The Peregrine Falcon

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“Does the hawk fly by your wisdom,
And spread its wings toward the south?
Does the eagle mount up at your command,
And make its nest on high?”   

-Job 39:26-27

Have you ever considered possessing a raptor (bird of prey) as a pet? Some of you may have read the book My Side of the Mountain, in which the main character traps a wild peregrine falcon and uses it to hunt for food. This sport is known as falconry, and over the last several months I’ve been working to meet the legal requirements so that I could participate in it.

Because of my study about the birds used in falconry, I have learned so much. They have given me such an appreciation for God’s design in creation, especially with birds!

Did you know that the peregrine falcon is the fastest animal on earth? It’s been clocked at over 200 MPH! You may find it surprising to read that they don’t reach this speed by flapping. Instead, they will climb very high in altitude and circle until they see prey. They will then employ what is known as a tear-drop stoop, or dive, to reach maximum speed. Becoming as aerodynamic as possible, they will attempt to accurately calculate the exact flight path needed to hit their prey while diving at over 200 MPH. This is incredible because at that speed, adjustments on flight path that are barely off will result in missing the target completely. Yet, they are designed to accurately judge where they will end up. When moving that fast, the rapid pace of air moving into the bird would make it nearly impossible for it to breathe. However, God designed them to have little bones at the end of their nostrils that control the amount of air that can enter, enabling them to breathe. Incredible!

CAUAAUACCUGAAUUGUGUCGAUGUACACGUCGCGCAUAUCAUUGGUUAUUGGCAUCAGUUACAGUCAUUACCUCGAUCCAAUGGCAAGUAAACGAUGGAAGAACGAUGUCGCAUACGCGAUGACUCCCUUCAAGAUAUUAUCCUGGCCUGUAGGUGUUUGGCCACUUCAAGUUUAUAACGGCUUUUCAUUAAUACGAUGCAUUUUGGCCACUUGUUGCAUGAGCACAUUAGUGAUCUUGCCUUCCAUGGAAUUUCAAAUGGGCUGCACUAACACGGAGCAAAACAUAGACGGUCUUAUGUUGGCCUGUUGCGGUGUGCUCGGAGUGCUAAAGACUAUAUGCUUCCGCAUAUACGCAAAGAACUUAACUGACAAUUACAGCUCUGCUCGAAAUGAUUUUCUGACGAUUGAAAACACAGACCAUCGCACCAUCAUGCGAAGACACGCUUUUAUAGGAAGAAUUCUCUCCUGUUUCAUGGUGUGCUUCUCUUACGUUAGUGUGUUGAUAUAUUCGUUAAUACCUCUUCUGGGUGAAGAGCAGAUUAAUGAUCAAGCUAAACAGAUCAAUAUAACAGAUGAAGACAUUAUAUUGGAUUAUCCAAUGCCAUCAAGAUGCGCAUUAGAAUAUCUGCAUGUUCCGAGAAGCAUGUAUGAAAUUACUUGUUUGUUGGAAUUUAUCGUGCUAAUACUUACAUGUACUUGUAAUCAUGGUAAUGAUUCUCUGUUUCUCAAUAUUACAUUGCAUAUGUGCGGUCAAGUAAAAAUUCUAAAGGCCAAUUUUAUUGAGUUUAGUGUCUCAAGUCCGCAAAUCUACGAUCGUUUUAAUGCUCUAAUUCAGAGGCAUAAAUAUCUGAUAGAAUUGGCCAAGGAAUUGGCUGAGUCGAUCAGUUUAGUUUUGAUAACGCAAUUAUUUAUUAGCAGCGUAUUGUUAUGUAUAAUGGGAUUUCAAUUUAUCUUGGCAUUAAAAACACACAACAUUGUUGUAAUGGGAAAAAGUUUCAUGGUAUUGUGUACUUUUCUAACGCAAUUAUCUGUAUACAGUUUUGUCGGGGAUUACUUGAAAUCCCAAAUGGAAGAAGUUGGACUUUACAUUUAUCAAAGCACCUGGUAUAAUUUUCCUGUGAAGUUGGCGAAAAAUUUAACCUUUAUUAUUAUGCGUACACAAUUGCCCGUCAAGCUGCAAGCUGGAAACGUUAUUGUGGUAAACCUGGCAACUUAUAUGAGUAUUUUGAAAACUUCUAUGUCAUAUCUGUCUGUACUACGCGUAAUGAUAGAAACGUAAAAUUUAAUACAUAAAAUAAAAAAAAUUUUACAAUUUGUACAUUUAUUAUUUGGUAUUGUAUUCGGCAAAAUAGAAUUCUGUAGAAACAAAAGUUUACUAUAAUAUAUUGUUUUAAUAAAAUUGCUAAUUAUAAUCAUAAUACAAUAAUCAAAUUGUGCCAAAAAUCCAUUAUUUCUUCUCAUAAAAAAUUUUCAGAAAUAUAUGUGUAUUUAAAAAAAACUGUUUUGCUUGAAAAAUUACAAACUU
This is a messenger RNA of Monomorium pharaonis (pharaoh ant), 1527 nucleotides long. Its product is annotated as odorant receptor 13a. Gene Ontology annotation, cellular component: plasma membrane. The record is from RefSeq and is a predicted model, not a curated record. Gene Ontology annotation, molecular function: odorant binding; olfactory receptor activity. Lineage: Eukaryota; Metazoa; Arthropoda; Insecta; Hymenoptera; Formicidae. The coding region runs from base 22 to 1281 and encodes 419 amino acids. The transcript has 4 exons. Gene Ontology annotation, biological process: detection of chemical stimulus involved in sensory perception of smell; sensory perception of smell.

The eye of a falcon (as well as that of hawks, such as the Red Tailed Hawk) is incredibly sharp. It is said that a Kestrel (a smaller falcon) on top of the Empire State Building could read a newspaper sitting on the sidewalk because of its incredible vision. The Peregrine Falcon is similarly outfitted with incredible vision. Their eyes (as with other birds of prey) are 1.4x larger than other birds their weight, allowing them to see more at a given time. They are equipped with 4-5x the number of photoreceptors as human eyes, enabling them to have incredibly sharp image and to see tiny details that would require adjustment in flight towards prey. Job recognized this is Genesis, when he says, “That path no bird knows, Nor has the falcon’s eye seen it.”

In my opinion, the coolest feature is the nicitating membrane. This is an extra eyelid (in the picture below, which is of a hawk, the membrane is the blue colored eyelid) that comes down over the eye to protect it from wind damage and debris while flying. In addition, it is useful when the bird is diving after prey into brush. But it gets even better! Did you know it is clear? The Lord designed it so they would have an extra, clear eyelid that not only protects their eyes but also enables them to still see clearly as they are flying or diving.

Learning about falconry has given me such appreciation for the Lord’s design. He is awesome and worthy to be praised. His fingerprints are on each tiny detail of this world.

In Christ,

Christopher

ABOUT THE AUTHOR

I am Christopher and at the ripe old age of nineteen, I’m the oldest of this group! I really enjoy writing for the blog because it makes me spend time digging in to Scripture. In my free time, I enjoy playing soccer and piano (I play for my church). Joshua 24:15 is my favorite Scripture verse (right now!): “And if it seems evil to you to serve the Lord, choose for yourselves this day whom you will serve, whether the gods which your fathers served that were on the other side of the River, or the gods of the Amorites, in whose land you dwell. But as for me and my house, we will serve the Lord.” I hope that this blog encourages you to stand up for Christ and strive to know Him better.

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